- 29 May
5 Financial Mistakes You May Have Already Made
Below is a list of five common financial mistakes, that you may have already made within your business.
Using your personal money to support your business
It is very common within a business for the prime movers to use their own money to support its cash flow. This may be in the form of a cash loan to the business, or it may be that you pay for business expenses on a personal credit card, or from your own cash savings.
This may seem like a reasonable thing to do, however if you use personal credit cards to support your company, you could end up incurring significant costs such as high interest and charges. This is made worse by the fact that you cannot even offset those costs against your business related taxes.
In some cases, directors go down this route because they believe that their business is unlikely to qualify for a credit facility. This may be because it is newly established, or because it has poor financials. Whatever the situation, there are likely to be facilities available to allow your business to be self funding, rather than subsidised by its directors.
Allowing late payments to impact your cash flow
If your customers pay you late, the cash relating to that transaction is not available to your business. This could result in you either borrowing additional funds or experiencing cash flow shortages.
The most important aspect of maintaining a healthy cash flow, in addition to regular cash flow forecasting, is to maintain an efficient credit control process. Please see our free guide about how to run your own credit control. Alternatively, if you do not want to undertake this function in house, there are plenty of outsourcers that will be happy to undertake it on your behalf.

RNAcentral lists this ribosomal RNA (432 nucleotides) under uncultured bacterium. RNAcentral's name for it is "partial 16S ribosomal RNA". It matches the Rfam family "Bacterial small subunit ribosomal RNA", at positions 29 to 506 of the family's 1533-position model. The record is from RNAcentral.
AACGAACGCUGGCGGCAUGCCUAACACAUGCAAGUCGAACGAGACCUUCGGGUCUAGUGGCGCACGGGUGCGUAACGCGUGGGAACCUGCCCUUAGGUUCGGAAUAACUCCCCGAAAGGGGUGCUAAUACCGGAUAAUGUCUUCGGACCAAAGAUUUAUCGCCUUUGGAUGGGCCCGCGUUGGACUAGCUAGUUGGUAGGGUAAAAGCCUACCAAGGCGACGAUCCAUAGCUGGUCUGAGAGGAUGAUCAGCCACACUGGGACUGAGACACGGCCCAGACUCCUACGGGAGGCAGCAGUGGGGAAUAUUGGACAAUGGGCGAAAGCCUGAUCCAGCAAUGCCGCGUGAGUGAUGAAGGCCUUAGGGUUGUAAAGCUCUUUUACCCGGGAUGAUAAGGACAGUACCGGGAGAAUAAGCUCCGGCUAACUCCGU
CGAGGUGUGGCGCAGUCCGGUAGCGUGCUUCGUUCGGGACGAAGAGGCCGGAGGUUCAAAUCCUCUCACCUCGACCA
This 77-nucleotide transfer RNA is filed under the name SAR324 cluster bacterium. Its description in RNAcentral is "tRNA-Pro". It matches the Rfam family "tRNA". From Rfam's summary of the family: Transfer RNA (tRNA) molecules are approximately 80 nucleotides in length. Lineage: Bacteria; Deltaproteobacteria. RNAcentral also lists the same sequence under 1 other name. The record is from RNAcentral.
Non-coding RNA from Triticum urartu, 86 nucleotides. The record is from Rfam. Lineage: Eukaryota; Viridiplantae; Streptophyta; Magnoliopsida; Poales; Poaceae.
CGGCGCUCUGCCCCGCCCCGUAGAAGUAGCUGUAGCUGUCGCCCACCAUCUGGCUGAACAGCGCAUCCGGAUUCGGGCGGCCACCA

There are funding facilities such as factoring invoice discounting, which will bridge the cash flow gap between you raising invoices, and getting paid by your customers. However, that still does not excuse customers from not paying to terms. You may be able to improve this situation by pre-dunning, which is giving advance notice (either in writing, email or by phone) of invoices that are about to fall due.
Taking customer bad debts
If you have been following our recent blog posts about “Retailageddon”, the spate of financial issues that have hit the UK retailers, you will be aware that even large companies can fail or experience financial problems. If you are supplying these companies, this could result in you experiencing a bad debt.
You can protect against this situation. Either with standalone credit protection or with bad debt protection. Essentially, under these arrangements, you receive a credit limit in respect of each customer and providing you do not allow the sales to these customers to exceed that value, your invoices are protected against customer failure.
Dipping into your VAT reserve
Often it can be tempting, when you experience a cash flow problem, to dip into your VAT reserve, in order to make ends meet.
The VAT reserve is the balance of VAT collected in respect of your sales, less any purchases that have offsetable VAT, that can be used to reduce the amount that you owe. It is good practice to set aside the VAT element so that you have the money to pay your VAT bill when it falls due.
If you have failed to provide for your VAT payment, there are various forms of short-term finance available that may help you to clear your VAT liabilities.
It is also possible that, if you need short-term access to funds, you can use this kind of business borrowing as an alternative to dipping into your VAT reserves.
Not having sufficient funding to process large orders
if you receive a large order, whilst it can be excellent for the profitability of your company in the medium term, it can require cash to finance production of any product, or staff for provision of services. If you do not have the cash flow available to finance a significant order, it can jeopardise your ability to deliver against other existing customer commitments. Please see our guide to financing large orders.